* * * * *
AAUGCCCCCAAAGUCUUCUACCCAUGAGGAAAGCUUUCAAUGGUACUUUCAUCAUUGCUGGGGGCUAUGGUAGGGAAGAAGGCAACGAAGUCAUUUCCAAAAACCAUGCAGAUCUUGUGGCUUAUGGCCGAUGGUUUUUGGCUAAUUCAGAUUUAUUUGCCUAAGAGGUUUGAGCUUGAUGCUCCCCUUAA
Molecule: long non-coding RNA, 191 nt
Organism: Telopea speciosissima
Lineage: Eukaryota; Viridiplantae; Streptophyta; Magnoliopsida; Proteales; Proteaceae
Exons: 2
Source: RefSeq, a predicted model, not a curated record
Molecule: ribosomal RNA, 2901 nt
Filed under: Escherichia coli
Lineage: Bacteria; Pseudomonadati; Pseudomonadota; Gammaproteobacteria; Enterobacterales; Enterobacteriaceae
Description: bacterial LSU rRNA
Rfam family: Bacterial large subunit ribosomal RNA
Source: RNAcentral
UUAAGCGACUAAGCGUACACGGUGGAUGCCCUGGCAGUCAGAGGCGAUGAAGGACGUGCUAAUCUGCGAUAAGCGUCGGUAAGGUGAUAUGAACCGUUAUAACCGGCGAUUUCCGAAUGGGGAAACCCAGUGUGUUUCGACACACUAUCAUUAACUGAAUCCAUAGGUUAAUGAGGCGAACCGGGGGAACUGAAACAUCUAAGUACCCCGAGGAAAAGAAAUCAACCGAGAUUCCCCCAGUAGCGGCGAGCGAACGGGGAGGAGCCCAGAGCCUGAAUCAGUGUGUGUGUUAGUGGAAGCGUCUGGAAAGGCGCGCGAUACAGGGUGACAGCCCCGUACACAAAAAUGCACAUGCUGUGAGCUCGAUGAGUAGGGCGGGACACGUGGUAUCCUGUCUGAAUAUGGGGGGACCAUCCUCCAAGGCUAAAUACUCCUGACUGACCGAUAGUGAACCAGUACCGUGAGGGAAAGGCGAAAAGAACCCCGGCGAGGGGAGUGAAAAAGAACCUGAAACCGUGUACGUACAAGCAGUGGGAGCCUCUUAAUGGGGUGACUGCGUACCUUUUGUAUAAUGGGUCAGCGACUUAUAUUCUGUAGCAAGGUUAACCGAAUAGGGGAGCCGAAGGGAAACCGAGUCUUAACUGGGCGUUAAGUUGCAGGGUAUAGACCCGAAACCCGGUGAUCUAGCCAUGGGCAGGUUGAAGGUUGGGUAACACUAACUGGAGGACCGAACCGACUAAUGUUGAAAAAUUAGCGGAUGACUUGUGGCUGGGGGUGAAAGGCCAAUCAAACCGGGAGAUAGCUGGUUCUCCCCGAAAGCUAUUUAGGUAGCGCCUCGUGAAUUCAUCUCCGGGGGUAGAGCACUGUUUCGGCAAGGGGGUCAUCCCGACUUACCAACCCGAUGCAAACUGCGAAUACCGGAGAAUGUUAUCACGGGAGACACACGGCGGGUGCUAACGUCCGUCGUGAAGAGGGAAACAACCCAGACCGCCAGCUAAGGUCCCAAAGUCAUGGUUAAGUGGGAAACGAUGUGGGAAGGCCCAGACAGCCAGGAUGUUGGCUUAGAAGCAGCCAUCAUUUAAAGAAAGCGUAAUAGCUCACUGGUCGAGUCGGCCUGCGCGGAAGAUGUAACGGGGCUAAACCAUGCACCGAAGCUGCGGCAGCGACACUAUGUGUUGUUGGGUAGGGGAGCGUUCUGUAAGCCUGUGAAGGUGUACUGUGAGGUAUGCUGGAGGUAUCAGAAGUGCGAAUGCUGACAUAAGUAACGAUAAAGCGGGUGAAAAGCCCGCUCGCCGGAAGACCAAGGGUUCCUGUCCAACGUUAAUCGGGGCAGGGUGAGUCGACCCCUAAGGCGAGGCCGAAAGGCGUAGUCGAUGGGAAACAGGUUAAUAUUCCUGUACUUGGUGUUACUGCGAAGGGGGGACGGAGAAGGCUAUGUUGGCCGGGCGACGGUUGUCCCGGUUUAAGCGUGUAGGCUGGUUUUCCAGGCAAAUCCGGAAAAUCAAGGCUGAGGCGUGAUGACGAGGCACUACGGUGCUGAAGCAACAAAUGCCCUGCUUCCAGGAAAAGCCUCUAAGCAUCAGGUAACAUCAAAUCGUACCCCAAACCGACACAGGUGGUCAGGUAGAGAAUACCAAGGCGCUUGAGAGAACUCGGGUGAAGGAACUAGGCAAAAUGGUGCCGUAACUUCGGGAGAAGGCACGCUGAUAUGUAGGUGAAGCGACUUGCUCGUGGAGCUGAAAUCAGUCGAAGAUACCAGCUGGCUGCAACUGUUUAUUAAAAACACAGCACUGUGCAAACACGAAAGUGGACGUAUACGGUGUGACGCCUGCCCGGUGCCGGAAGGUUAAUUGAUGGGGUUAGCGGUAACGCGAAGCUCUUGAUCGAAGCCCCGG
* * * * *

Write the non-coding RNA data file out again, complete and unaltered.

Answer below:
AAUGCCCCCAAAGUCUUCUACCCAUGAGGAAAGCUUUCAAUGGUACUUUCAUCAUUGCUGGGGGCUAUGGUAGGGAAGAAGGCAACGAAGUCAUUUCCAAAAACCAUGCAGAUCUUGUGGCUUAUGGCCGAUGGUUUUUGGCUAAUUCAGAUUUAUUUGCCUAAGAGGUUUGAGCUUGAUGCUCCCCUUAA
Molecule: long non-coding RNA, 191 nt
Organism: Telopea speciosissima
Lineage: Eukaryota; Viridiplantae; Streptophyta; Magnoliopsida; Proteales; Proteaceae
Exons: 2
Source: RefSeq, a predicted model, not a curated record
Molecule: ribosomal RNA, 2901 nt
Filed under: Escherichia coli
Lineage: Bacteria; Pseudomonadati; Pseudomonadota; Gammaproteobacteria; Enterobacterales; Enterobacteriaceae
Description: bacterial LSU rRNA
Rfam family: Bacterial large subunit ribosomal RNA
Source: RNAcentral
UUAAGCGACUAAGCGUACACGGUGGAUGCCCUGGCAGUCAGAGGCGAUGAAGGACGUGCUAAUCUGCGAUAAGCGUCGGUAAGGUGAUAUGAACCGUUAUAACCGGCGAUUUCCGAAUGGGGAAACCCAGUGUGUUUCGACACACUAUCAUUAACUGAAUCCAUAGGUUAAUGAGGCGAACCGGGGGAACUGAAACAUCUAAGUACCCCGAGGAAAAGAAAUCAACCGAGAUUCCCCCAGUAGCGGCGAGCGAACGGGGAGGAGCCCAGAGCCUGAAUCAGUGUGUGUGUUAGUGGAAGCGUCUGGAAAGGCGCGCGAUACAGGGUGACAGCCCCGUACACAAAAAUGCACAUGCUGUGAGCUCGAUGAGUAGGGCGGGACACGUGGUAUCCUGUCUGAAUAUGGGGGGACCAUCCUCCAAGGCUAAAUACUCCUGACUGACCGAUAGUGAACCAGUACCGUGAGGGAAAGGCGAAAAGAACCCCGGCGAGGGGAGUGAAAAAGAACCUGAAACCGUGUACGUACAAGCAGUGGGAGCCUCUUAAUGGGGUGACUGCGUACCUUUUGUAUAAUGGGUCAGCGACUUAUAUUCUGUAGCAAGGUUAACCGAAUAGGGGAGCCGAAGGGAAACCGAGUCUUAACUGGGCGUUAAGUUGCAGGGUAUAGACCCGAAACCCGGUGAUCUAGCCAUGGGCAGGUUGAAGGUUGGGUAACACUAACUGGAGGACCGAACCGACUAAUGUUGAAAAAUUAGCGGAUGACUUGUGGCUGGGGGUGAAAGGCCAAUCAAACCGGGAGAUAGCUGGUUCUCCCCGAAAGCUAUUUAGGUAGCGCCUCGUGAAUUCAUCUCCGGGGGUAGAGCACUGUUUCGGCAAGGGGGUCAUCCCGACUUACCAACCCGAUGCAAACUGCGAAUACCGGAGAAUGUUAUCACGGGAGACACACGGCGGGUGCUAACGUCCGUCGUGAAGAGGGAAACAACCCAGACCGCCAGCUAAGGUCCCAAAGUCAUGGUUAAGUGGGAAACGAUGUGGGAAGGCCCAGACAGCCAGGAUGUUGGCUUAGAAGCAGCCAUCAUUUAAAGAAAGCGUAAUAGCUCACUGGUCGAGUCGGCCUGCGCGGAAGAUGUAACGGGGCUAAACCAUGCACCGAAGCUGCGGCAGCGACACUAUGUGUUGUUGGGUAGGGGAGCGUUCUGUAAGCCUGUGAAGGUGUACUGUGAGGUAUGCUGGAGGUAUCAGAAGUGCGAAUGCUGACAUAAGUAACGAUAAAGCGGGUGAAAAGCCCGCUCGCCGGAAGACCAAGGGUUCCUGUCCAACGUUAAUCGGGGCAGGGUGAGUCGACCCCUAAGGCGAGGCCGAAAGGCGUAGUCGAUGGGAAACAGGUUAAUAUUCCUGUACUUGGUGUUACUGCGAAGGGGGGACGGAGAAGGCUAUGUUGGCCGGGCGACGGUUGUCCCGGUUUAAGCGUGUAGGCUGGUUUUCCAGGCAAAUCCGGAAAAUCAAGGCUGAGGCGUGAUGACGAGGCACUACGGUGCUGAAGCAACAAAUGCCCUGCUUCCAGGAAAAGCCUCUAAGCAUCAGGUAACAUCAAAUCGUACCCCAAACCGACACAGGUGGUCAGGUAGAGAAUACCAAGGCGCUUGAGAGAACUCGGGUGAAGGAACUAGGCAAAAUGGUGCCGUAACUUCGGGAGAAGGCACGCUGAUAUGUAGGUGAAGCGACUUGCUCGUGGAGCUGAAAUCAGUCGAAGAUACCAGCUGGCUGCAACUGUUUAUUAAAAACACAGCACUGUGCAAACACGAAAGUGGACGUAUACGGUGUGACGCCUGCCCGGUGCCGGAAGGUUAAUUGAUGGGGUUAGCGGUAACGCGAAGCUCUUGAUCGAAGCCCCGG